Function pointers as const generic parameters for FFI

I'm writing wrapper for FFI code in Rust. I have a function from C with following signature in Rust:

extern "C" {
    fn ffi_register_callback(callback: *const ());

The idea is that I want to give user ability to register any static function.
Now I have minimal example of what I'm doing:

static mut RUST_CALLBACK: Option<fn(usize)> = None;

unsafe extern "C" fn callback_wrapper(some_data: usize) {

fn rust_callback(some_data: usize) {
    println!("{}", some_data);

fn main() {
    unsafe {
        RUST_CALLBACK = Some(rust_callback);
        ffi_register_callback(callback_wrapper as *const ());

This works as expected, but I don't really like the use of mutable static.
I know that every rust_callback will be static and known at compile time.
I was wondering why something like this isn't possible/allowed:

unsafe extern "C" fn better_callback_wrapper<const F: fn(usize)>(some_data: usize) {

fn rust_callback(some_data: usize) {
    println!("{}", some_data);

pub fn main() {
    unsafe {
        ffi_register_callback(better_callback_wrapper::<rust_callback> as *const ());

As expected this doesn't compile: error: using function pointers as const generic parameters is forbidden. So the question is why this is forbidden? Is this a compiler limitation or no one thought about feature like this?

Intentionally not supported; you can read some reasoning here.

Using function pointers for const generics has a very sneaky problem: it's not guaranteed that you get the same exact pointer when you create a function pointer for a specific function item multiple times, or that different function items have different addresses. This is most easily observed by turning a generic function into a function pointer from two different crates.

If the FFI callback provides plumbing for some void* userdata, you can use that to get the extra data through, either the function pointer or a Box<Box<dyn Fn()>> or similar. If it doesn't, you'll basically need to define a custom trait for the callback, e.g.

pub trait Callback {
    fn callback(some_data: usize);

extern "C" fn callback_wrapper<C: Callback>(some_data: usize) {

pub fn register_callback<C: Callback>() {

As a bonus, this also gives you an opportunity to provide wrapper glue between Rust idioms and FFI patterns (e.g. Result and/or catching unwinds).

Thanks for replies. I don't quite understand the reasoning for this.
I can have a function:

const fn get_some_fn(a: fn(usize), b: fn(usize)) -> fn(usize) {

And I can call it in const context:

fn rust_callback(some_data: usize) {}

fn another_callback(some_data: usize) {}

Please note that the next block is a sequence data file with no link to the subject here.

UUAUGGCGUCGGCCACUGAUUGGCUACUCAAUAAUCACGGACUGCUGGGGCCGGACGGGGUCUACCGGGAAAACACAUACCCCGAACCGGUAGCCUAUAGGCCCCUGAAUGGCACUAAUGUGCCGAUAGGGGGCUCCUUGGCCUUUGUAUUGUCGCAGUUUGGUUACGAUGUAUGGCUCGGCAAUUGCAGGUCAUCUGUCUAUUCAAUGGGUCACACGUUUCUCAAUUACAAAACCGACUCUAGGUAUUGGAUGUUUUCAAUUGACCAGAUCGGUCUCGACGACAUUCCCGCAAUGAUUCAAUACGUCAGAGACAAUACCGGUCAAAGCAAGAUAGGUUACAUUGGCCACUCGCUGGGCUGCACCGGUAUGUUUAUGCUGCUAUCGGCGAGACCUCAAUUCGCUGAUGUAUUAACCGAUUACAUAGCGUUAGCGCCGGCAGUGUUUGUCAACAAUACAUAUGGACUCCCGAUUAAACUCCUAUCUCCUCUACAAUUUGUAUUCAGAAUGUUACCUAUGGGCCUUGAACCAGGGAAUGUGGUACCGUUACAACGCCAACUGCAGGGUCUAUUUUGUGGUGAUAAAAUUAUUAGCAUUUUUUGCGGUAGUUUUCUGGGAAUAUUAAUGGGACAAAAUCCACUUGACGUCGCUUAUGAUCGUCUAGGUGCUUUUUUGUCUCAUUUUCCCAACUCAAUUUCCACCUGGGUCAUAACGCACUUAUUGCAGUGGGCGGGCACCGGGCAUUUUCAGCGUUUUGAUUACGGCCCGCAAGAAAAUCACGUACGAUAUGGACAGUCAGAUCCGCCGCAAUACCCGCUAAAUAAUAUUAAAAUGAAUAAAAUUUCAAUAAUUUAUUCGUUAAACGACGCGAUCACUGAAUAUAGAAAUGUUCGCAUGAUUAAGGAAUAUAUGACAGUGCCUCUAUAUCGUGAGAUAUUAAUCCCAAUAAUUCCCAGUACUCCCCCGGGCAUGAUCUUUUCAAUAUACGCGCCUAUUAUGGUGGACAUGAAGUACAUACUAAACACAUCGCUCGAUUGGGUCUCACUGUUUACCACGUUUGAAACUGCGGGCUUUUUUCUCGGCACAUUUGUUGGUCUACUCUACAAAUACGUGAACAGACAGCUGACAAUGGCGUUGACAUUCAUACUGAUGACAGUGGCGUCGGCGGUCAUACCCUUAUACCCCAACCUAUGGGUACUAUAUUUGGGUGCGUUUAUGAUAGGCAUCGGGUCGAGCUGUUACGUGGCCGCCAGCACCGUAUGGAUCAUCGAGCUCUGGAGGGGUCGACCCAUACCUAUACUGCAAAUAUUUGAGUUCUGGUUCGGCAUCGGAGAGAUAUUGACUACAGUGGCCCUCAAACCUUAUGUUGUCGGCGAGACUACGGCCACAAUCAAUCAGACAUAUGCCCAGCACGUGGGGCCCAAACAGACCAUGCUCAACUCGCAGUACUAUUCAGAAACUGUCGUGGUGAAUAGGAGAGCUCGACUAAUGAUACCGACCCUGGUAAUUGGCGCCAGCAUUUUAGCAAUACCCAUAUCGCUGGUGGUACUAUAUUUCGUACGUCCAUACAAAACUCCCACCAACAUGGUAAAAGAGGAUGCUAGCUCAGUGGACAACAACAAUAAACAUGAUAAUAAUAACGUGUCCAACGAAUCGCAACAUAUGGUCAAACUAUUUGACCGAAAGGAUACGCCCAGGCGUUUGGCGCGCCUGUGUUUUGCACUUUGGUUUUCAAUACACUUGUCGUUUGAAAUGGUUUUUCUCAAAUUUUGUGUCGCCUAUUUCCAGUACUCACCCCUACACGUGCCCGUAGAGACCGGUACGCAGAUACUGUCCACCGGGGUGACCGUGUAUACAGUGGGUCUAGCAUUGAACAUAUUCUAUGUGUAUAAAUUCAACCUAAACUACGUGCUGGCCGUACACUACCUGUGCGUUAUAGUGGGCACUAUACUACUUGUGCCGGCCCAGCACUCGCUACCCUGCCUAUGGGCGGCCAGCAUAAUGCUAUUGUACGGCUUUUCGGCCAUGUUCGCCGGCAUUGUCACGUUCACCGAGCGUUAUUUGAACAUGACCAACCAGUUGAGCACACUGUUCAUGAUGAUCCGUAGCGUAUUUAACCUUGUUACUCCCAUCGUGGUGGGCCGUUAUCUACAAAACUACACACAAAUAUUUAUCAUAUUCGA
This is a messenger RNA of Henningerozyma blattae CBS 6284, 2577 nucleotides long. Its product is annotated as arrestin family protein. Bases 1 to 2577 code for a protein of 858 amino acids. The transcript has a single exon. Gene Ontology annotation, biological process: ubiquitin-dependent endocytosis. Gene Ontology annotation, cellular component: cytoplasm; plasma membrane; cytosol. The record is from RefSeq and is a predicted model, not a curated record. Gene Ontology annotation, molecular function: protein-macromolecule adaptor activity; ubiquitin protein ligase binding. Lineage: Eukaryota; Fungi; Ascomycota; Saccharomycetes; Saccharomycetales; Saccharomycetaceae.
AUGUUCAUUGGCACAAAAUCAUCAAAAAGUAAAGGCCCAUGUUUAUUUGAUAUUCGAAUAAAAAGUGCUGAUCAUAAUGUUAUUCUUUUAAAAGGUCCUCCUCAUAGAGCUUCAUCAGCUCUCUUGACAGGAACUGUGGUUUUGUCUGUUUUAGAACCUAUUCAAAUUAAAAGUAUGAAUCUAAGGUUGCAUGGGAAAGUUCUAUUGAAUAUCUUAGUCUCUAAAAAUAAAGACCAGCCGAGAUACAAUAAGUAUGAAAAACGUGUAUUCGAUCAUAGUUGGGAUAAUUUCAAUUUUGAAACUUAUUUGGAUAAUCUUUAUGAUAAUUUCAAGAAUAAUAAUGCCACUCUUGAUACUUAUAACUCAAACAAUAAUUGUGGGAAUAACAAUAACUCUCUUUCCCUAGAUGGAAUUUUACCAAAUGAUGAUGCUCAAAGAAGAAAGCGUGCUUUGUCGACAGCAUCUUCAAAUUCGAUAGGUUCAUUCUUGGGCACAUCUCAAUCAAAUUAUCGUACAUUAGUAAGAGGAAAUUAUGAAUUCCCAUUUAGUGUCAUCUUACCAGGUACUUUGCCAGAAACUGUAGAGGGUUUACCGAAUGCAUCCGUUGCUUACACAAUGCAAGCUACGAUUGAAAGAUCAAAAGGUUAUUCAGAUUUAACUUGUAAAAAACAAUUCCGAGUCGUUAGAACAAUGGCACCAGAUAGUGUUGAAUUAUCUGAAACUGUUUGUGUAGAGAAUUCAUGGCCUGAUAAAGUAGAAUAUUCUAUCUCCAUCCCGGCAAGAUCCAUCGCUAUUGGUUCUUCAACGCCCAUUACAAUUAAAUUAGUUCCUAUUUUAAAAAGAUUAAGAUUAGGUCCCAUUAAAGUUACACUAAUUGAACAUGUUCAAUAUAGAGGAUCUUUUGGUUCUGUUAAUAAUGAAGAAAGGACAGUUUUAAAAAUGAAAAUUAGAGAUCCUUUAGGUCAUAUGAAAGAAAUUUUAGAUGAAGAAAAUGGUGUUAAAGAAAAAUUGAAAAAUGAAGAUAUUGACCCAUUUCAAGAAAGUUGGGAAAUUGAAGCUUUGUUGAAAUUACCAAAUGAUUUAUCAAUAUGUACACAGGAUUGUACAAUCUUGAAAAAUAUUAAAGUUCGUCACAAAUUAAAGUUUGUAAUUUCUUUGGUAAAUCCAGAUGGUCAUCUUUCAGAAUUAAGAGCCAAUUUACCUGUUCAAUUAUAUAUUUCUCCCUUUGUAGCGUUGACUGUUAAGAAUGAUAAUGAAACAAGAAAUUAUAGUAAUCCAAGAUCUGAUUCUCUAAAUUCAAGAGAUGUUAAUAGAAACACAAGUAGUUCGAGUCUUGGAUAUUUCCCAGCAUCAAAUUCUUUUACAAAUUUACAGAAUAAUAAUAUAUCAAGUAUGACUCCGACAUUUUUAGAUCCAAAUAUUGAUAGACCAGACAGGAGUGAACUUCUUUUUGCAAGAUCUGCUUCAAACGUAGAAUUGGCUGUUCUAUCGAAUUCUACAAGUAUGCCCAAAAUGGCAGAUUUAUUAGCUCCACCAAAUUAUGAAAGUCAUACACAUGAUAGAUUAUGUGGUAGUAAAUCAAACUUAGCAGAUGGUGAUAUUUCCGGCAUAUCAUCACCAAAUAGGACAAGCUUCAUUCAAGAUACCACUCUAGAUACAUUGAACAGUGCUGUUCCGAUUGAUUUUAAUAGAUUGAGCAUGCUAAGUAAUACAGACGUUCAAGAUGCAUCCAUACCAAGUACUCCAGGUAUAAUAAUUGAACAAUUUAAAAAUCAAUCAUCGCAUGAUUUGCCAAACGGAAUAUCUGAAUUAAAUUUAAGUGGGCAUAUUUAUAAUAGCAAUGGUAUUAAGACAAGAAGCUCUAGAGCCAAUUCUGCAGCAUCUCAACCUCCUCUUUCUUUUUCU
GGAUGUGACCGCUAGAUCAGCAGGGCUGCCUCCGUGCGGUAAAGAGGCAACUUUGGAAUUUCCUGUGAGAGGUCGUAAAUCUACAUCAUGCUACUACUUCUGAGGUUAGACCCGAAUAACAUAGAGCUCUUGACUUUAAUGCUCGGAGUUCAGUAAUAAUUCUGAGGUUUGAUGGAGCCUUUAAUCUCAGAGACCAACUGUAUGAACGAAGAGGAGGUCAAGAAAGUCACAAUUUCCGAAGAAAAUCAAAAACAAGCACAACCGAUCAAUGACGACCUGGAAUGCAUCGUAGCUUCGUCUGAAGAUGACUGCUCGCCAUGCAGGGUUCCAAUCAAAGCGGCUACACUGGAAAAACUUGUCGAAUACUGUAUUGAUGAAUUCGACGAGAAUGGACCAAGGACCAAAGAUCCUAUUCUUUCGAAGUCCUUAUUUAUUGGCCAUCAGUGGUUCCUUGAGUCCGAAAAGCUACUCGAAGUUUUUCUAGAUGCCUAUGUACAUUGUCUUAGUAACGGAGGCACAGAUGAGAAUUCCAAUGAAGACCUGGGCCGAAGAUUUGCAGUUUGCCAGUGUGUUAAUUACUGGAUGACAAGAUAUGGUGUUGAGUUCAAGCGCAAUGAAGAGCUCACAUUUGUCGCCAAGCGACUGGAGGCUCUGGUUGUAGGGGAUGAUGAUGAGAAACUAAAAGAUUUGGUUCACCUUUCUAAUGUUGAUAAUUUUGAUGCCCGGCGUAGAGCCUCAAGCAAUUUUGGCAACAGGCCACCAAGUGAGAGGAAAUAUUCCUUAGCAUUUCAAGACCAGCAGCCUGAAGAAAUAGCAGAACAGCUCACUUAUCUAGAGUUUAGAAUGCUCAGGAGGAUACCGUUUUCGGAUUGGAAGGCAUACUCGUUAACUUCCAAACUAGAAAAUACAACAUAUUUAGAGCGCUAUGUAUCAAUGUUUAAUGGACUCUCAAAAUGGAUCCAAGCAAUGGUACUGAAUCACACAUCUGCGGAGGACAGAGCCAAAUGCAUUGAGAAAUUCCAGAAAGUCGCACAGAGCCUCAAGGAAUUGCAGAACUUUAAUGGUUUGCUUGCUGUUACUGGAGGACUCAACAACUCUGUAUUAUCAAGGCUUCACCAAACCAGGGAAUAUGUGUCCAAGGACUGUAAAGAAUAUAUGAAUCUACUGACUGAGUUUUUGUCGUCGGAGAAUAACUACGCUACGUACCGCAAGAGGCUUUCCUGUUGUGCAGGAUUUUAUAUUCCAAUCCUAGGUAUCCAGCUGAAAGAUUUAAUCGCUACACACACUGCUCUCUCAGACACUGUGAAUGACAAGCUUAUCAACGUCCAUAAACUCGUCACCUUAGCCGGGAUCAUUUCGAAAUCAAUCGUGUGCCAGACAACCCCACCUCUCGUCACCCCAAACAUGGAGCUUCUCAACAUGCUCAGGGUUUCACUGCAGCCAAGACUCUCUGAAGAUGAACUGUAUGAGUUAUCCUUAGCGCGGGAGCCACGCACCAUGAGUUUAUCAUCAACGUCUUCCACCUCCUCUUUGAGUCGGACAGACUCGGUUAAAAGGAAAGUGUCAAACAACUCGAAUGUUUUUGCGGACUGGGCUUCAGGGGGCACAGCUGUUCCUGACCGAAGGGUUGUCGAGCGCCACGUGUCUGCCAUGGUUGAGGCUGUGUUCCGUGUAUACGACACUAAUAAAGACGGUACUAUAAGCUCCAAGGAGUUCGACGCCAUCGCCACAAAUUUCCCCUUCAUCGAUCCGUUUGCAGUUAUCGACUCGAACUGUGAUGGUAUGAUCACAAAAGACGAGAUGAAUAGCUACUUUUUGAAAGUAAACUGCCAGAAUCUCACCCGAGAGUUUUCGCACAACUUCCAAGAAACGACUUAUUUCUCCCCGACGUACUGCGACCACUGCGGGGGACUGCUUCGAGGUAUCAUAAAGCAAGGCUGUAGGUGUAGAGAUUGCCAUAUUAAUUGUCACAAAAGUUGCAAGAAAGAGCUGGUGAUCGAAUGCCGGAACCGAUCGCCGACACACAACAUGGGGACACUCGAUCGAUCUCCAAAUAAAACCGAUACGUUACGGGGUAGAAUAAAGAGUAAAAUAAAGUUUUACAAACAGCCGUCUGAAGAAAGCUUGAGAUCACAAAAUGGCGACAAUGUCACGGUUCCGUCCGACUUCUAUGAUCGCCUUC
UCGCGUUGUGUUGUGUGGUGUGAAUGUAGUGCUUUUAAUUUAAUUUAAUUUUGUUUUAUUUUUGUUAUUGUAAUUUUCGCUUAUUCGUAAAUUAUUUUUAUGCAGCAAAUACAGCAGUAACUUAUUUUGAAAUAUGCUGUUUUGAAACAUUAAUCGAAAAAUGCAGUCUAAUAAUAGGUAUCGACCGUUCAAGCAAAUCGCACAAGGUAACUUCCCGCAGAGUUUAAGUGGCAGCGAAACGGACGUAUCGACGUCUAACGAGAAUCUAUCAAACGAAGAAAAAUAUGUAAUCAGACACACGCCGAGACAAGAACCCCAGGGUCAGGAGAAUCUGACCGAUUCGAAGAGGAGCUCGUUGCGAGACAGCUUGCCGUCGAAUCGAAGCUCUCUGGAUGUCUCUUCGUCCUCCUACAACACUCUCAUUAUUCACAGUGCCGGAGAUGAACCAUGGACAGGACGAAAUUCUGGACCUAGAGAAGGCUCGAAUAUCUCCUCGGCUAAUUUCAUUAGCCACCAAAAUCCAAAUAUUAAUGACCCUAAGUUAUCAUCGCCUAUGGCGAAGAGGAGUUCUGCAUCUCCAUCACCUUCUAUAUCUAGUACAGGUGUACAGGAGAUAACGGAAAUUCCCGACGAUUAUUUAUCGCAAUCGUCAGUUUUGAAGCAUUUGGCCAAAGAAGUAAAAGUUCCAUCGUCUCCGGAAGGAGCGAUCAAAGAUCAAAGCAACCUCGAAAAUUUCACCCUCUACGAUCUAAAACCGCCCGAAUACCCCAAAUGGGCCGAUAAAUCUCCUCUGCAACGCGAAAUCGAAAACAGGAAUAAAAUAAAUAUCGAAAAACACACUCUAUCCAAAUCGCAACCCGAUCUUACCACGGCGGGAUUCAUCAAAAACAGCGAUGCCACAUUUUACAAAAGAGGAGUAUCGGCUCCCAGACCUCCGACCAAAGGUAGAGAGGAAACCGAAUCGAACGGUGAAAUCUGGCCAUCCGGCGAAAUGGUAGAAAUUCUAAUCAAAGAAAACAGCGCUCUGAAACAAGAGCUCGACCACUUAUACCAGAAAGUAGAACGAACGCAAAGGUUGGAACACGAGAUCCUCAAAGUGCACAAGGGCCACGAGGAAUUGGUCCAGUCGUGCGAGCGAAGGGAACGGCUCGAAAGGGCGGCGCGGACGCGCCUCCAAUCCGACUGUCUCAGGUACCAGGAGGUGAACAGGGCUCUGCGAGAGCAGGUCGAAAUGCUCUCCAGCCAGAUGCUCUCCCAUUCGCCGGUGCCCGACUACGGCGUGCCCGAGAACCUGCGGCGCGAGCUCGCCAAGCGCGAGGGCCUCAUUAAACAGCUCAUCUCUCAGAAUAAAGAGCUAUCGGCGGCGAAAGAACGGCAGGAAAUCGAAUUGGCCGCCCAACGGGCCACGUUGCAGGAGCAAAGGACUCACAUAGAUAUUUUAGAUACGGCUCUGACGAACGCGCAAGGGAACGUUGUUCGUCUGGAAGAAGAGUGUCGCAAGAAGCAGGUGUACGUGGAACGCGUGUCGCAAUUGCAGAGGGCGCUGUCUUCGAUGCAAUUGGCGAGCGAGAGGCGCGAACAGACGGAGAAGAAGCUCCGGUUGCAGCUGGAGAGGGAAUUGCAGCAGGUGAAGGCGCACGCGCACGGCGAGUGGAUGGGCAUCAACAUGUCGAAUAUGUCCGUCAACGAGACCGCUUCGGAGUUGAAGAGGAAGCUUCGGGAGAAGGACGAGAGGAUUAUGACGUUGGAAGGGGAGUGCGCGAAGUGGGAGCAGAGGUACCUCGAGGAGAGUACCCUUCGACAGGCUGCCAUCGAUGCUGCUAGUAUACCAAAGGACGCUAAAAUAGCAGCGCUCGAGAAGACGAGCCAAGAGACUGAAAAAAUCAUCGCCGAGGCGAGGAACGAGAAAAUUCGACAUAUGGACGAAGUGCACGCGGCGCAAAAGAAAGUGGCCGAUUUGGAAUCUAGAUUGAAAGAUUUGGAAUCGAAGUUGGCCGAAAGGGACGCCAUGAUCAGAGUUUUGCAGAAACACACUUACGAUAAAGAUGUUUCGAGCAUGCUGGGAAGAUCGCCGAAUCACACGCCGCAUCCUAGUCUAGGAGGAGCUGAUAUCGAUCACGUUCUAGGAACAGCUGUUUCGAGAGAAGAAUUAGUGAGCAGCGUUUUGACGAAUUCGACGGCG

const SOME_FN: fn(usize) = get_some_fn(rust_callback, another_callback);

And as expected I cannot use equality checks in const fn:

const fn equality_check(a: fn(usize), b: fn(usize)) -> bool {
    a == b

I get a compiler error:

error: pointers cannot be reliably compared during const eval

Now, I'm struggling to understand why fn pointers are allowed in const fns but not in const generics, even if there's a check in the compiler for using the pointers in a wrong way (ex. equality checking). Why can't this mechanism be used for const generics?
Please correct me if I got something wrong here.

  1. A const generic becomes part of the type.
  2. Type checking requires equality comparisons between types.
  3. Therefore, values which do not have well-defined equality at compile time cannot be used in const generics.
1 Like

Because const generics are constantly and trivially compared for equality, e.g. if you say

let val: Foo<{rust_callback}> = Foo::<{rust_callback}>::new();

this has a requirement for soundness that the two const generics are equivalent. Even more importantly, if the const generics appear in the API of a crate, e.g.

pub fn takes(val: Foo<{rust_callback}>);

then it's absolutely imperative that any crate upon seeing this comes to the exact same equivalent understanding of what types are involved here.

This is potentially resolvable by using symbol identity instead of function pointer identity, but doing so for const generics is far from trivial since you're manipulating the function pointer, not the symbol reference. And we have a functionality for the latter already: type generics and F: Fn(). The only bit missing is some way to bound the type by "is a function item" so it's possible/safe to conjure it up from nothing again.

Now I understand why this works that way. I will mark CAD97 answer (with trait) as general solution to the problem. It's more elegant than using statics anyway.

Thank you all for the answers.

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